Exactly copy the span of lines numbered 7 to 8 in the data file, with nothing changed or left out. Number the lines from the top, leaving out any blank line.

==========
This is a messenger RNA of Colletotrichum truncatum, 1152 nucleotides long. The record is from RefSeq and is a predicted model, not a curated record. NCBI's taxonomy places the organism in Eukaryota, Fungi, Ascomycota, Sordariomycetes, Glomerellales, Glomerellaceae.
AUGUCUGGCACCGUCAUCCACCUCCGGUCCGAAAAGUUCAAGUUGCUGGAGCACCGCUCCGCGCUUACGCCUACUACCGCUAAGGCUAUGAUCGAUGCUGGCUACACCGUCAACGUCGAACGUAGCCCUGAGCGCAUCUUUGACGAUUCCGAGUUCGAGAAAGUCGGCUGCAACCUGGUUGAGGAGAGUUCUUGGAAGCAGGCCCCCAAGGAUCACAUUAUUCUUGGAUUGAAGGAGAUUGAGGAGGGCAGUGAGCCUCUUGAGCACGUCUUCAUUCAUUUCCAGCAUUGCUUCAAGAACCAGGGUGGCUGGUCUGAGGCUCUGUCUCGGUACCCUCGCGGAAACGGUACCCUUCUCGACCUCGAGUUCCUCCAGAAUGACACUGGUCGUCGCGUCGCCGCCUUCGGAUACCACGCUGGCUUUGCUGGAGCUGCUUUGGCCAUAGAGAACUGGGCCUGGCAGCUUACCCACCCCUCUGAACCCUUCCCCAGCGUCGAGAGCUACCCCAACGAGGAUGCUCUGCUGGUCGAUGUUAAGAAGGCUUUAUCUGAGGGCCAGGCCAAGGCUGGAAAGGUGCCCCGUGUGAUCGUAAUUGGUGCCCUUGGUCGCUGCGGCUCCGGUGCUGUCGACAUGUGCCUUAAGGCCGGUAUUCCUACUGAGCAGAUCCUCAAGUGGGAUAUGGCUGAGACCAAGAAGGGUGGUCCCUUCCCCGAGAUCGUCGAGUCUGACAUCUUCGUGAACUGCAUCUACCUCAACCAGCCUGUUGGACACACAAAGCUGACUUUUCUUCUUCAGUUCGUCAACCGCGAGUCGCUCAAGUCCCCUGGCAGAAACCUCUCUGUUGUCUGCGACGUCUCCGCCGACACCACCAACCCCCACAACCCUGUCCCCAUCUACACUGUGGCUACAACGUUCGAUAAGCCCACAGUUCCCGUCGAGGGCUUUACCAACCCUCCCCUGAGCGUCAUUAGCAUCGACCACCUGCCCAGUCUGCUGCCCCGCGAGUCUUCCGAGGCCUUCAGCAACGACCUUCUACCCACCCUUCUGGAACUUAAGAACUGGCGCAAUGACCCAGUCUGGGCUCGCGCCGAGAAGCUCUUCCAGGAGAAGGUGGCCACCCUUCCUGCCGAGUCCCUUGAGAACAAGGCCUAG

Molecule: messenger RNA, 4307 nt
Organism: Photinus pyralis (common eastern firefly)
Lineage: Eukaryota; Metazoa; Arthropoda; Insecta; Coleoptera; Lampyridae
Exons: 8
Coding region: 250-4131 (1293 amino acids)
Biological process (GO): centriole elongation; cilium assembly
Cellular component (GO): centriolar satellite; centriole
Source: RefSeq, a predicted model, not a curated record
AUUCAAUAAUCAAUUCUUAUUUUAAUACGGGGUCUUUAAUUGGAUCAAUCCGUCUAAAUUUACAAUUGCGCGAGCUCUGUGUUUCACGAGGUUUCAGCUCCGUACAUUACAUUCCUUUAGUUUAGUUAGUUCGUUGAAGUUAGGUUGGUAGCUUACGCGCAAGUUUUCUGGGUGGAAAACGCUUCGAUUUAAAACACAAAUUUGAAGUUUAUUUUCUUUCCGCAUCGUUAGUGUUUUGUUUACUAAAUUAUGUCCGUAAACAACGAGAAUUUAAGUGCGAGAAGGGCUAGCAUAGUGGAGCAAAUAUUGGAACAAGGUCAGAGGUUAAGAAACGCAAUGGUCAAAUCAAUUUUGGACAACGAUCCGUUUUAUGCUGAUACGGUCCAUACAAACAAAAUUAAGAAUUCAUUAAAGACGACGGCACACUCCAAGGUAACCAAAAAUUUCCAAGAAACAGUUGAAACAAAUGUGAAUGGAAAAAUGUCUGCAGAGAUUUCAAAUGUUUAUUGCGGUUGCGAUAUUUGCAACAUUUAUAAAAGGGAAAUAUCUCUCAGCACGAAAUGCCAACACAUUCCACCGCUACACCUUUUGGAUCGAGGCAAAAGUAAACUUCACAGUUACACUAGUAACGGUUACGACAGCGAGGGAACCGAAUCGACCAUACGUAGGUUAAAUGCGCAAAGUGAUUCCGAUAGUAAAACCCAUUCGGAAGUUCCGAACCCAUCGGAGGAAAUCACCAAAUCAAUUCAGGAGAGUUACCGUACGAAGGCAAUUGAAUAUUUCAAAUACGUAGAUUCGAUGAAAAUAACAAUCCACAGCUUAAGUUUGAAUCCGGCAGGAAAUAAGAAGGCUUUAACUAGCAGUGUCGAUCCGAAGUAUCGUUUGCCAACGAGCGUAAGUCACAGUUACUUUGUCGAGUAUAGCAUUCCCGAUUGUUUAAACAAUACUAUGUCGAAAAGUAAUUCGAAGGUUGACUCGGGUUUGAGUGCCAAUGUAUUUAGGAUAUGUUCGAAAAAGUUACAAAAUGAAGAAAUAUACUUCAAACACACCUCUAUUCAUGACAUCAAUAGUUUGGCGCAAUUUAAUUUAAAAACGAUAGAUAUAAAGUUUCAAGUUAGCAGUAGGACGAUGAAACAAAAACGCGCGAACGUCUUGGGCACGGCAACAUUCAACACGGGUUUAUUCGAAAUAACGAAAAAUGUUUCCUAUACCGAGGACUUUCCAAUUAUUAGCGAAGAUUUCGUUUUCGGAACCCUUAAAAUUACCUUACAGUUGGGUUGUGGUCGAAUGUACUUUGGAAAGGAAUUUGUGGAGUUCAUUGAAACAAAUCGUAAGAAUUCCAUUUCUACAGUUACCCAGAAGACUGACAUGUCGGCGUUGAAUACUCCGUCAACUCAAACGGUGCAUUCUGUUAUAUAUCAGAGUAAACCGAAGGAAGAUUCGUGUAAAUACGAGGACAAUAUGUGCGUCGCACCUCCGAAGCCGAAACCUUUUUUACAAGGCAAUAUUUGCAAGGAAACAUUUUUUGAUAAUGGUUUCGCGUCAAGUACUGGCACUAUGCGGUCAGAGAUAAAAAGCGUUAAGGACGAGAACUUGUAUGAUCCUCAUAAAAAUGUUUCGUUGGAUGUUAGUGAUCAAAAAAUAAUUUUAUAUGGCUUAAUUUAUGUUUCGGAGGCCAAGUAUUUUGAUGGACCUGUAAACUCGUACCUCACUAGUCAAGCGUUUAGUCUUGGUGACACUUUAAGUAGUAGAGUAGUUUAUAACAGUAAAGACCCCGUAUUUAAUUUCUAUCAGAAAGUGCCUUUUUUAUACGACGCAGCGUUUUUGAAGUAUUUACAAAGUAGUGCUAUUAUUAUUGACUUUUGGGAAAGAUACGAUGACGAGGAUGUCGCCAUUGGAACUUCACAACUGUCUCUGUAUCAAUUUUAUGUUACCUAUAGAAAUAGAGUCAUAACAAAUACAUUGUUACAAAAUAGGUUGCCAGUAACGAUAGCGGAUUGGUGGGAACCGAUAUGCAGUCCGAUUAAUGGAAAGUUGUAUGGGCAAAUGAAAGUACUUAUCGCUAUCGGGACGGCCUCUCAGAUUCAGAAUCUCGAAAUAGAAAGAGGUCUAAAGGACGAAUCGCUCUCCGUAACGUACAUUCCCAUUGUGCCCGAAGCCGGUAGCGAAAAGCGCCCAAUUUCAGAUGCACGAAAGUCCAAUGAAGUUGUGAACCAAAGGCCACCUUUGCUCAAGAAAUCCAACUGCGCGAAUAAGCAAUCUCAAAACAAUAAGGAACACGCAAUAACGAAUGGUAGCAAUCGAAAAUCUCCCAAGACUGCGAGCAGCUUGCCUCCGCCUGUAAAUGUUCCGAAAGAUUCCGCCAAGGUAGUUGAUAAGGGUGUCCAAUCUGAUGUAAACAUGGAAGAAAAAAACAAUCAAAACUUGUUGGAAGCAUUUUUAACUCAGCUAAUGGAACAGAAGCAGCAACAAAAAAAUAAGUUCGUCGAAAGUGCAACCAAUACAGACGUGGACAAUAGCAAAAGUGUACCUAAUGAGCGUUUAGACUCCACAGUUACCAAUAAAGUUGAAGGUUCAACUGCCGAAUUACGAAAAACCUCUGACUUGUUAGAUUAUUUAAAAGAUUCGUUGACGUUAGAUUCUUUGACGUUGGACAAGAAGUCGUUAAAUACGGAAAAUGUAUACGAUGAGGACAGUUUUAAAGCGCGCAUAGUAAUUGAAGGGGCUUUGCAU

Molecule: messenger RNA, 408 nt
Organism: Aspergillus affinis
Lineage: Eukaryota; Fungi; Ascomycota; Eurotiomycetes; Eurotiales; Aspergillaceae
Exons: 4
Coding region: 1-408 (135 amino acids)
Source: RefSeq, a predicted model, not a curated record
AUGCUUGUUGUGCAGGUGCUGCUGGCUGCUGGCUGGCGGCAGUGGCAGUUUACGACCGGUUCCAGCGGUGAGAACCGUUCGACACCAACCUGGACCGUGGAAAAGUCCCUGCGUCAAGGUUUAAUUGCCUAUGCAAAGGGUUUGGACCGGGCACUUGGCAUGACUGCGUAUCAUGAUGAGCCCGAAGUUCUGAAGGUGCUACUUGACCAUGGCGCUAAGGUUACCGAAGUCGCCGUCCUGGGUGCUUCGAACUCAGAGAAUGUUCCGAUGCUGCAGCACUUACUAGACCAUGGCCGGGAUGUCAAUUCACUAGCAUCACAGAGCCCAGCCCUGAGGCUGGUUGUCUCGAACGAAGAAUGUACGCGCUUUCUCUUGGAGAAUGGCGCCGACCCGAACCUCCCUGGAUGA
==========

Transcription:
Coding region: 250-4131 (1293 amino acids)
Biological process (GO): centriole elongation; cilium assembly